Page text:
- Rated PG-13
- Buy the BD
All photos © Universal Pictures
Reviewed by Jason Zingale
here’s a long-running belief within the movie geek community that every even-numbered “Star Trek” film is good and every odd-numbered one is crap. The “Fast and the Furious” franchise seems to have spawned a similar pattern, though it operates conversely. While the first entry in the series introduced the world of underground street racing in grand fashion, and “Tokyo Drift” helped rejuvenate the series by moving the action to Japan, the film’s second installment has always been considered the black sheep of the group. With the release of “Fast & Furious,” however, the much criticized sequel is no longer on its own, because despite the highly touted return of its original cast, “Fast & Furious” remains one of the weaker entries in the car porn franchise.
Vin Diesel reprises his role as Dominic Toretto, now hiding out in the Dominican Republic performing highway heists with a new crew (including Sung Kang’s Han from “Tokyo Drift”) after barely escaping arrest. When he receives word that his longtime girlfriend, Letty (Michelle Rodriguez), has been killed while helping a drug lord named Arturo Braga transport drugs across the border, Dominic returns to California to exact revenge. Standing in his way is newly recruited FBI agent Brian O’Connor (Paul Walker), who’s also working on bringing down Braga and his gang. When they discover that Letty’s death wasn’t exactly an accident, however, the duo team up to infiltrate Braga’s operation and take down the drug cartel.
If the story sounds eerily familiar, it’s because “Fast & Furious” is essentially a mix of the first two films. Curiously, while it retools a majority of the plot from the second movie, it acts like that film never existed in the series’ timeline. There’s no explanation as to how O’Connor went from LAPD cop to FBI agent (especially after letting Toretto go), and though it makes several references to the first film and includes a character from the third, it never addresses the time Walker's character spent in Miami. It’s probably for the better, since “2 Fast 2 Furious” was a bit of an embarrassment, but it also shows a total lack of confidence in the mythology. Simply put, if the movie wasn’t good enough to be remembered, then it probably shouldn’t have been made at all.
"Fast & Furious” is never so bad that it fits into that category, but it’s also not quite the return to form that Universal was expecting. For starters, Michelle Rodriguez is in the film for all of ten minutes, and Jordana Brewster (as Dominic's sister Mia) has so little to do that she might as well have been killed off too. Most of the film’s success has been wagered on Diesel and Walker recapturing their chemistry from the first movie, and while they both slide back into their respective roles well, it still feels like something is missing. It’s not a lack of talent (because honestly, neither actor ever really had any), but rather a dependency on the actors to carry the movie instead of the exotic cars.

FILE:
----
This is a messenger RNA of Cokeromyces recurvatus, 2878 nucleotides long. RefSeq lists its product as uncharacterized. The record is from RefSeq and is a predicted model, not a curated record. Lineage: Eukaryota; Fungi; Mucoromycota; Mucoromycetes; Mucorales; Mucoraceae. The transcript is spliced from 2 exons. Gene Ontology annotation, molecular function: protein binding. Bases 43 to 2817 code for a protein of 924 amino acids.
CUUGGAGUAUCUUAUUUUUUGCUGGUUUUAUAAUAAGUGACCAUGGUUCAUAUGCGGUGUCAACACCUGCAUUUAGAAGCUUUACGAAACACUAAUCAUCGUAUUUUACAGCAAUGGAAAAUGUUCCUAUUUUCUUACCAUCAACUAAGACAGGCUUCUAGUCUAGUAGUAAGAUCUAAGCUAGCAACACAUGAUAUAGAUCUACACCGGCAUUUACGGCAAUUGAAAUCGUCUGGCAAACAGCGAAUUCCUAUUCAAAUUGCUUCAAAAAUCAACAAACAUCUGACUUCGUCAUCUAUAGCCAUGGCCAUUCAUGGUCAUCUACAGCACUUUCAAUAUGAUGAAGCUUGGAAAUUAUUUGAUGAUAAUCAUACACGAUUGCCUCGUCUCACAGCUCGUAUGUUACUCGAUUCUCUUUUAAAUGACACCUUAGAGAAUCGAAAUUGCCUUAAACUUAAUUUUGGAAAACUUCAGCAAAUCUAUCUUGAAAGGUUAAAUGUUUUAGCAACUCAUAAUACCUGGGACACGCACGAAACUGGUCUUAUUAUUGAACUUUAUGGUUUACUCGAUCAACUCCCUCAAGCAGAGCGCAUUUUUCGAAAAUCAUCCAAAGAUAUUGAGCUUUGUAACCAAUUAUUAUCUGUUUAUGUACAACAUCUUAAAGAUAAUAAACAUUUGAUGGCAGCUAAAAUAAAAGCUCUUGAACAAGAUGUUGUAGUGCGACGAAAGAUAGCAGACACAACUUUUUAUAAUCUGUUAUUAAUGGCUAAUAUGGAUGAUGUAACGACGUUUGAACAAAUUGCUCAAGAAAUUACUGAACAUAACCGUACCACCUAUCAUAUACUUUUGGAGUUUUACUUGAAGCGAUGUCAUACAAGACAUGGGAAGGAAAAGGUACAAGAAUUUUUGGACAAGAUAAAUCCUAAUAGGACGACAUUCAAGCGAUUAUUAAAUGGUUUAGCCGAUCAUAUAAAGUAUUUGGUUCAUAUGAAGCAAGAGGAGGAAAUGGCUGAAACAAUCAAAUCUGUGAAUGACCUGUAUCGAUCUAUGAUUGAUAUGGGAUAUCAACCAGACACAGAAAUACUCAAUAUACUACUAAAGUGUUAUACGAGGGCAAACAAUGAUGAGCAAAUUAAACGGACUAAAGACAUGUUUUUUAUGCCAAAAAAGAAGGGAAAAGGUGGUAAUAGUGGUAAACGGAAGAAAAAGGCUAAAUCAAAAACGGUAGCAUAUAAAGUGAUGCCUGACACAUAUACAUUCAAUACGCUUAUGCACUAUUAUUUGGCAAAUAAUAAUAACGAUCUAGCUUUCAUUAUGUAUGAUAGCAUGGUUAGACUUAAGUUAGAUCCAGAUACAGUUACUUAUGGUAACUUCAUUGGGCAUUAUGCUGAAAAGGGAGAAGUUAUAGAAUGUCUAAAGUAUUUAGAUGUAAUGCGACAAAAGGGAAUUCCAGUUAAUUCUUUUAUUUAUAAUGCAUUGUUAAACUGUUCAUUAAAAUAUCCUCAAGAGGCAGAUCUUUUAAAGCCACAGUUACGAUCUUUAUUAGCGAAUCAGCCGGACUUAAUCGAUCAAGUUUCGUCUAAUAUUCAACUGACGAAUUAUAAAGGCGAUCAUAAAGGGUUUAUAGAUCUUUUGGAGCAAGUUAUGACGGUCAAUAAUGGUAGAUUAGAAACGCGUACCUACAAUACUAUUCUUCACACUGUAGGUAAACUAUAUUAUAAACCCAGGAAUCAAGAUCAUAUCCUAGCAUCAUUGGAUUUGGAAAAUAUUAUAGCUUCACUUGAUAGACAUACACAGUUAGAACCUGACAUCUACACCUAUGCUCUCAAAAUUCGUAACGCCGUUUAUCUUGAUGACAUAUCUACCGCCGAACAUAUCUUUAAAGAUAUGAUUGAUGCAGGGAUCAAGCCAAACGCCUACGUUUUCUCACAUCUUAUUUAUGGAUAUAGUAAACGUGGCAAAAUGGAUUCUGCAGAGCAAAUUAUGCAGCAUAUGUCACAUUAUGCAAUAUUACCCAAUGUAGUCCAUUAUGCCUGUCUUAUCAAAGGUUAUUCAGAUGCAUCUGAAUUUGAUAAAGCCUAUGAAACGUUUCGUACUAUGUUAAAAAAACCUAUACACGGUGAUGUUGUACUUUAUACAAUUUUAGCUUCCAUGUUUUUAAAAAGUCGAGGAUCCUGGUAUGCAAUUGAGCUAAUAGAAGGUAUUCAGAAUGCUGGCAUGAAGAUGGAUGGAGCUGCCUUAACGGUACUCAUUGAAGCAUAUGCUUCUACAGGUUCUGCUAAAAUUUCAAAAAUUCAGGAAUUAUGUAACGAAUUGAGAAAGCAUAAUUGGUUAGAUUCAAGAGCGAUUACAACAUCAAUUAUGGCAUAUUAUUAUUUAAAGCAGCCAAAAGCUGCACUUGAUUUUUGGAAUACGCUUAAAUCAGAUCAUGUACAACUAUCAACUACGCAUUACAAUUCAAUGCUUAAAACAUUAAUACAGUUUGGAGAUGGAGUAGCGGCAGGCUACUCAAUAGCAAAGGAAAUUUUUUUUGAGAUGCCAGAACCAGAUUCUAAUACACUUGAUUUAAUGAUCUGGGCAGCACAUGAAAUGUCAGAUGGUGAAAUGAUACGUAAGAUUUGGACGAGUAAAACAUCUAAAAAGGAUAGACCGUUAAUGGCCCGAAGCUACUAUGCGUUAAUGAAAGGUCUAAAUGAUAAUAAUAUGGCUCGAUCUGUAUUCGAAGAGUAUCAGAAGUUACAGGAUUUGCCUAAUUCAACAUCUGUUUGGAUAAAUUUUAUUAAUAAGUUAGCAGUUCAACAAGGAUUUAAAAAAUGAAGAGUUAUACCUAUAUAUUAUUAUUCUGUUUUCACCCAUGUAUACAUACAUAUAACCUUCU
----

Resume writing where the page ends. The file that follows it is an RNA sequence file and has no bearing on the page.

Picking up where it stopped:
This time around, the vehicles don’t play as big of a role, and with the exception of a fantastic opening and closing set piece (two of the best the series has ever produced), the film feels more like a generic cop drama than a racing movie. Had director Justin Lin and writer Chris Morgan just let the cars do their job (move fast, look pretty), the film would have been a lot more fun to sit through. As it stands, “Fast & Furious” is purely a fans-only affair. That was obviously the point of reuniting the original cast, but if the producers were hoping it would reboot the franchise as well, they failed miserably.
Special Edition Blu-Ray Review:
Universal takes Blu-ray to a whole new level with the release of “Fast & Furious.” All of the usual suspects make an appearance – like a director commentary, a trio of production featurettes focusing on the action sequences, and even a lengthy gag reel – but the real highlight of the disc is the game-changing Take Control feature. Though “Watchmen” is technically the first movie to boast this new technology (and it even takes the experience one-step further with additional pop-up extras), Take Control still delivers the same in-depth look at the film as hosted by Justin Lin and Paul Walker. Though it’s only activated for the bigger sequences in the movie, it’s a really cool way for the filmmakers to go into further detail than the typical commentary track. Lin pauses, rewinds and fast-forwards his way through key moments, highlighting things with the help of supplementary material like storyboards and behind-the-scenes footage. It’s truly revolutionary stuff, and Universal doesn’t stop there, either. They’ve also included another Blu-ray exclusive feature called Virtual Car Garage that lets you check out tech specs and build your own custom ride, while the Vin Diesel-directed short film, “Los Bandoleros,” is a fun little prequel to the events that take place at the start of the movie.